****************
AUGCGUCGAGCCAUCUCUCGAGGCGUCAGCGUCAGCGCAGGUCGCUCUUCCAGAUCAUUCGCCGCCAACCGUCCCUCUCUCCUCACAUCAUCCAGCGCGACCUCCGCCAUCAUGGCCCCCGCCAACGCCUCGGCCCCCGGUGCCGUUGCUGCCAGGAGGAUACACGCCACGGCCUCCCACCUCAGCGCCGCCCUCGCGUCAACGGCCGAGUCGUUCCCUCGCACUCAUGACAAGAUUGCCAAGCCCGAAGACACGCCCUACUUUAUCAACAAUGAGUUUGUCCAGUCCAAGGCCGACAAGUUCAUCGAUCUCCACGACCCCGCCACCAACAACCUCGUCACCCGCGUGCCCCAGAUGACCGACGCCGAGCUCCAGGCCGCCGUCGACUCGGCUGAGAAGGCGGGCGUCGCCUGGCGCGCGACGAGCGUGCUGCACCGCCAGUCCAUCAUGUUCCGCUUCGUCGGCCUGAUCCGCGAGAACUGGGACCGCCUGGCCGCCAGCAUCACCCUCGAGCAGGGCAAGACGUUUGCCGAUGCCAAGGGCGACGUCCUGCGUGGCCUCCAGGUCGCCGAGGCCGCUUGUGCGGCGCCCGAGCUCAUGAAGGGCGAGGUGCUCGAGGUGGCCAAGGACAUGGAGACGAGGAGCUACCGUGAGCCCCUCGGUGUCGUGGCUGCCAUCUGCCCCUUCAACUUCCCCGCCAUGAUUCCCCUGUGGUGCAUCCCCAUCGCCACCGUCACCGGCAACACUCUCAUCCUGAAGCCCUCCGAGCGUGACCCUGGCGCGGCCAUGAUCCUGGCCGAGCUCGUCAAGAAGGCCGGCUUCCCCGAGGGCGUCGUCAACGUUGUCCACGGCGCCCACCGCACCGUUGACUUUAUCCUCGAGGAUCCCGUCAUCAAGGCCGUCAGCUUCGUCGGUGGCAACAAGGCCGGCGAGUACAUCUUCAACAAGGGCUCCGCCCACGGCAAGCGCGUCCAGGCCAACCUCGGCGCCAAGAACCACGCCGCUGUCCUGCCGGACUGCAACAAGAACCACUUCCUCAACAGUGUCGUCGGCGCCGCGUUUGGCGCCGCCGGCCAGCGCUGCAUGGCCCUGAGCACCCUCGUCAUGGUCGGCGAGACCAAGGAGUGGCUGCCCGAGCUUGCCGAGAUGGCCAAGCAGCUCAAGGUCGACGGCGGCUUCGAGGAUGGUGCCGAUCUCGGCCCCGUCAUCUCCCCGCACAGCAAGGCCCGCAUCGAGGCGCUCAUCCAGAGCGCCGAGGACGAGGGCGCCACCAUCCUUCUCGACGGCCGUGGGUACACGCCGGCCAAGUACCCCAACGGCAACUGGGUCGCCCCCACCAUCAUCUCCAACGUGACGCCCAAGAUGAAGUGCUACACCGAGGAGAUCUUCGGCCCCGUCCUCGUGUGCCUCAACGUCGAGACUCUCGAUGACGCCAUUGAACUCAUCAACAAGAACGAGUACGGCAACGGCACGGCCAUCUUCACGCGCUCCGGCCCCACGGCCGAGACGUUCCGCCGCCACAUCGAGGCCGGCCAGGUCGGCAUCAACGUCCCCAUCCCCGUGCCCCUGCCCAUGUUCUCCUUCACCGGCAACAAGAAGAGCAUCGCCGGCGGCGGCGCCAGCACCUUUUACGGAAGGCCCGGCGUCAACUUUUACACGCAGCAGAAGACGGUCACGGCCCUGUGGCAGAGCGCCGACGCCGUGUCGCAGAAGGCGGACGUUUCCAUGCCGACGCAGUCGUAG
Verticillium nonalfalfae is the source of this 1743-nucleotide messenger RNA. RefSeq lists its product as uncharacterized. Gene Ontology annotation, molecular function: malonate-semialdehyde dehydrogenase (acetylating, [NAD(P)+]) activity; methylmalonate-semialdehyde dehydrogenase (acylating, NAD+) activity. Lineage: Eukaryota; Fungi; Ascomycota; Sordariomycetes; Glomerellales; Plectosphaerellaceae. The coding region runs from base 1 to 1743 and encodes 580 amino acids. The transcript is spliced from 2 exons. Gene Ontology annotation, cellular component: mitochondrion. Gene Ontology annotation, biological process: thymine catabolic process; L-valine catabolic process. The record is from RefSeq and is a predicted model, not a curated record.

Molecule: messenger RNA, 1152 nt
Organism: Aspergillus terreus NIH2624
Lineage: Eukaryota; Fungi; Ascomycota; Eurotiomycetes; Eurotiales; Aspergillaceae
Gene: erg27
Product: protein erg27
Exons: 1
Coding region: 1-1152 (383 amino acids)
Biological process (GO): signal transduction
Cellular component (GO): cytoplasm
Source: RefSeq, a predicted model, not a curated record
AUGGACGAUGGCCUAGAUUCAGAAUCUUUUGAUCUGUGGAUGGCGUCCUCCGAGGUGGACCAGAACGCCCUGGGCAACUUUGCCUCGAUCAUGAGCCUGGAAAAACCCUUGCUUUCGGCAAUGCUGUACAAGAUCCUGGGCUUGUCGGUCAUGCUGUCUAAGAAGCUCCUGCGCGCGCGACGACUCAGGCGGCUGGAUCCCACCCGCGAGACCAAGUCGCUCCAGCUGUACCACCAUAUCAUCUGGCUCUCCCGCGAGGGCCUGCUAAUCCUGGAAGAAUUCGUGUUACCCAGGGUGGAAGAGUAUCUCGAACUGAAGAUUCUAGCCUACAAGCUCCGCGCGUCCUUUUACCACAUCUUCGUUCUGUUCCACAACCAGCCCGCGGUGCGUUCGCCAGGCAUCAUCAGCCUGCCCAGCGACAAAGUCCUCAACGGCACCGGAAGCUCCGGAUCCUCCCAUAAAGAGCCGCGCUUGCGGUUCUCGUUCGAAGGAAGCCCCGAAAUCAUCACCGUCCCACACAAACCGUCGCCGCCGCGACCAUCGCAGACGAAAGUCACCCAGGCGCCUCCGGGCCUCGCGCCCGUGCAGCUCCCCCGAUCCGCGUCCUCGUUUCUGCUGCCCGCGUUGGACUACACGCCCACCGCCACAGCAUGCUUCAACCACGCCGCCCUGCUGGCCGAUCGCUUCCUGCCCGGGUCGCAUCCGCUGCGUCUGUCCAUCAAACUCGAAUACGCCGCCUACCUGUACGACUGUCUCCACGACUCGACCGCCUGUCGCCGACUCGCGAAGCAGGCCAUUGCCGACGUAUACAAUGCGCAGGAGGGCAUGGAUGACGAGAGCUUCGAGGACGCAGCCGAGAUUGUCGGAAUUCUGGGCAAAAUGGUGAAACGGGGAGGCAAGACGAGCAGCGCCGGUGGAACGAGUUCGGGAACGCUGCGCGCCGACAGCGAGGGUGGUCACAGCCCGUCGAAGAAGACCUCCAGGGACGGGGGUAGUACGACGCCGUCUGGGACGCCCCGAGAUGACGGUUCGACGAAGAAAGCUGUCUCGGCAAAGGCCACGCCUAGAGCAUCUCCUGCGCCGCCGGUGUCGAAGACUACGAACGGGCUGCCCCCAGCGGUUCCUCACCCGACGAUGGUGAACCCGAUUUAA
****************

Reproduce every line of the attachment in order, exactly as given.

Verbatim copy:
AUGCGUCGAGCCAUCUCUCGAGGCGUCAGCGUCAGCGCAGGUCGCUCUUCCAGAUCAUUCGCCGCCAACCGUCCCUCUCUCCUCACAUCAUCCAGCGCGACCUCCGCCAUCAUGGCCCCCGCCAACGCCUCGGCCCCCGGUGCCGUUGCUGCCAGGAGGAUACACGCCACGGCCUCCCACCUCAGCGCCGCCCUCGCGUCAACGGCCGAGUCGUUCCCUCGCACUCAUGACAAGAUUGCCAAGCCCGAAGACACGCCCUACUUUAUCAACAAUGAGUUUGUCCAGUCCAAGGCCGACAAGUUCAUCGAUCUCCACGACCCCGCCACCAACAACCUCGUCACCCGCGUGCCCCAGAUGACCGACGCCGAGCUCCAGGCCGCCGUCGACUCGGCUGAGAAGGCGGGCGUCGCCUGGCGCGCGACGAGCGUGCUGCACCGCCAGUCCAUCAUGUUCCGCUUCGUCGGCCUGAUCCGCGAGAACUGGGACCGCCUGGCCGCCAGCAUCACCCUCGAGCAGGGCAAGACGUUUGCCGAUGCCAAGGGCGACGUCCUGCGUGGCCUCCAGGUCGCCGAGGCCGCUUGUGCGGCGCCCGAGCUCAUGAAGGGCGAGGUGCUCGAGGUGGCCAAGGACAUGGAGACGAGGAGCUACCGUGAGCCCCUCGGUGUCGUGGCUGCCAUCUGCCCCUUCAACUUCCCCGCCAUGAUUCCCCUGUGGUGCAUCCCCAUCGCCACCGUCACCGGCAACACUCUCAUCCUGAAGCCCUCCGAGCGUGACCCUGGCGCGGCCAUGAUCCUGGCCGAGCUCGUCAAGAAGGCCGGCUUCCCCGAGGGCGUCGUCAACGUUGUCCACGGCGCCCACCGCACCGUUGACUUUAUCCUCGAGGAUCCCGUCAUCAAGGCCGUCAGCUUCGUCGGUGGCAACAAGGCCGGCGAGUACAUCUUCAACAAGGGCUCCGCCCACGGCAAGCGCGUCCAGGCCAACCUCGGCGCCAAGAACCACGCCGCUGUCCUGCCGGACUGCAACAAGAACCACUUCCUCAACAGUGUCGUCGGCGCCGCGUUUGGCGCCGCCGGCCAGCGCUGCAUGGCCCUGAGCACCCUCGUCAUGGUCGGCGAGACCAAGGAGUGGCUGCCCGAGCUUGCCGAGAUGGCCAAGCAGCUCAAGGUCGACGGCGGCUUCGAGGAUGGUGCCGAUCUCGGCCCCGUCAUCUCCCCGCACAGCAAGGCCCGCAUCGAGGCGCUCAUCCAGAGCGCCGAGGACGAGGGCGCCACCAUCCUUCUCGACGGCCGUGGGUACACGCCGGCCAAGUACCCCAACGGCAACUGGGUCGCCCCCACCAUCAUCUCCAACGUGACGCCCAAGAUGAAGUGCUACACCGAGGAGAUCUUCGGCCCCGUCCUCGUGUGCCUCAACGUCGAGACUCUCGAUGACGCCAUUGAACUCAUCAACAAGAACGAGUACGGCAACGGCACGGCCAUCUUCACGCGCUCCGGCCCCACGGCCGAGACGUUCCGCCGCCACAUCGAGGCCGGCCAGGUCGGCAUCAACGUCCCCAUCCCCGUGCCCCUGCCCAUGUUCUCCUUCACCGGCAACAAGAAGAGCAUCGCCGGCGGCGGCGCCAGCACCUUUUACGGAAGGCCCGGCGUCAACUUUUACACGCAGCAGAAGACGGUCACGGCCCUGUGGCAGAGCGCCGACGCCGUGUCGCAGAAGGCGGACGUUUCCAUGCCGACGCAGUCGUAG
Verticillium nonalfalfae is the source of this 1743-nucleotide messenger RNA. RefSeq lists its product as uncharacterized. Gene Ontology annotation, molecular function: malonate-semialdehyde dehydrogenase (acetylating, [NAD(P)+]) activity; methylmalonate-semialdehyde dehydrogenase (acylating, NAD+) activity. Lineage: Eukaryota; Fungi; Ascomycota; Sordariomycetes; Glomerellales; Plectosphaerellaceae. The coding region runs from base 1 to 1743 and encodes 580 amino acids. The transcript is spliced from 2 exons. Gene Ontology annotation, cellular component: mitochondrion. Gene Ontology annotation, biological process: thymine catabolic process; L-valine catabolic process. The record is from RefSeq and is a predicted model, not a curated record.

Molecule: messenger RNA, 1152 nt
Organism: Aspergillus terreus NIH2624
Lineage: Eukaryota; Fungi; Ascomycota; Eurotiomycetes; Eurotiales; Aspergillaceae
Gene: erg27
Product: protein erg27
Exons: 1
Coding region: 1-1152 (383 amino acids)
Biological process (GO): signal transduction
Cellular component (GO): cytoplasm
Source: RefSeq, a predicted model, not a curated record
AUGGACGAUGGCCUAGAUUCAGAAUCUUUUGAUCUGUGGAUGGCGUCCUCCGAGGUGGACCAGAACGCCCUGGGCAACUUUGCCUCGAUCAUGAGCCUGGAAAAACCCUUGCUUUCGGCAAUGCUGUACAAGAUCCUGGGCUUGUCGGUCAUGCUGUCUAAGAAGCUCCUGCGCGCGCGACGACUCAGGCGGCUGGAUCCCACCCGCGAGACCAAGUCGCUCCAGCUGUACCACCAUAUCAUCUGGCUCUCCCGCGAGGGCCUGCUAAUCCUGGAAGAAUUCGUGUUACCCAGGGUGGAAGAGUAUCUCGAACUGAAGAUUCUAGCCUACAAGCUCCGCGCGUCCUUUUACCACAUCUUCGUUCUGUUCCACAACCAGCCCGCGGUGCGUUCGCCAGGCAUCAUCAGCCUGCCCAGCGACAAAGUCCUCAACGGCACCGGAAGCUCCGGAUCCUCCCAUAAAGAGCCGCGCUUGCGGUUCUCGUUCGAAGGAAGCCCCGAAAUCAUCACCGUCCCACACAAACCGUCGCCGCCGCGACCAUCGCAGACGAAAGUCACCCAGGCGCCUCCGGGCCUCGCGCCCGUGCAGCUCCCCCGAUCCGCGUCCUCGUUUCUGCUGCCCGCGUUGGACUACACGCCCACCGCCACAGCAUGCUUCAACCACGCCGCCCUGCUGGCCGAUCGCUUCCUGCCCGGGUCGCAUCCGCUGCGUCUGUCCAUCAAACUCGAAUACGCCGCCUACCUGUACGACUGUCUCCACGACUCGACCGCCUGUCGCCGACUCGCGAAGCAGGCCAUUGCCGACGUAUACAAUGCGCAGGAGGGCAUGGAUGACGAGAGCUUCGAGGACGCAGCCGAGAUUGUCGGAAUUCUGGGCAAAAUGGUGAAACGGGGAGGCAAGACGAGCAGCGCCGGUGGAACGAGUUCGGGAACGCUGCGCGCCGACAGCGAGGGUGGUCACAGCCCGUCGAAGAAGACCUCCAGGGACGGGGGUAGUACGACGCCGUCUGGGACGCCCCGAGAUGACGGUUCGACGAAGAAAGCUGUCUCGGCAAAGGCCACGCCUAGAGCAUCUCCUGCGCCGCCGGUGUCGAAGACUACGAACGGGCUGCCCCCAGCGGUUCCUCACCCGACGAUGGUGAACCCGAUUUAA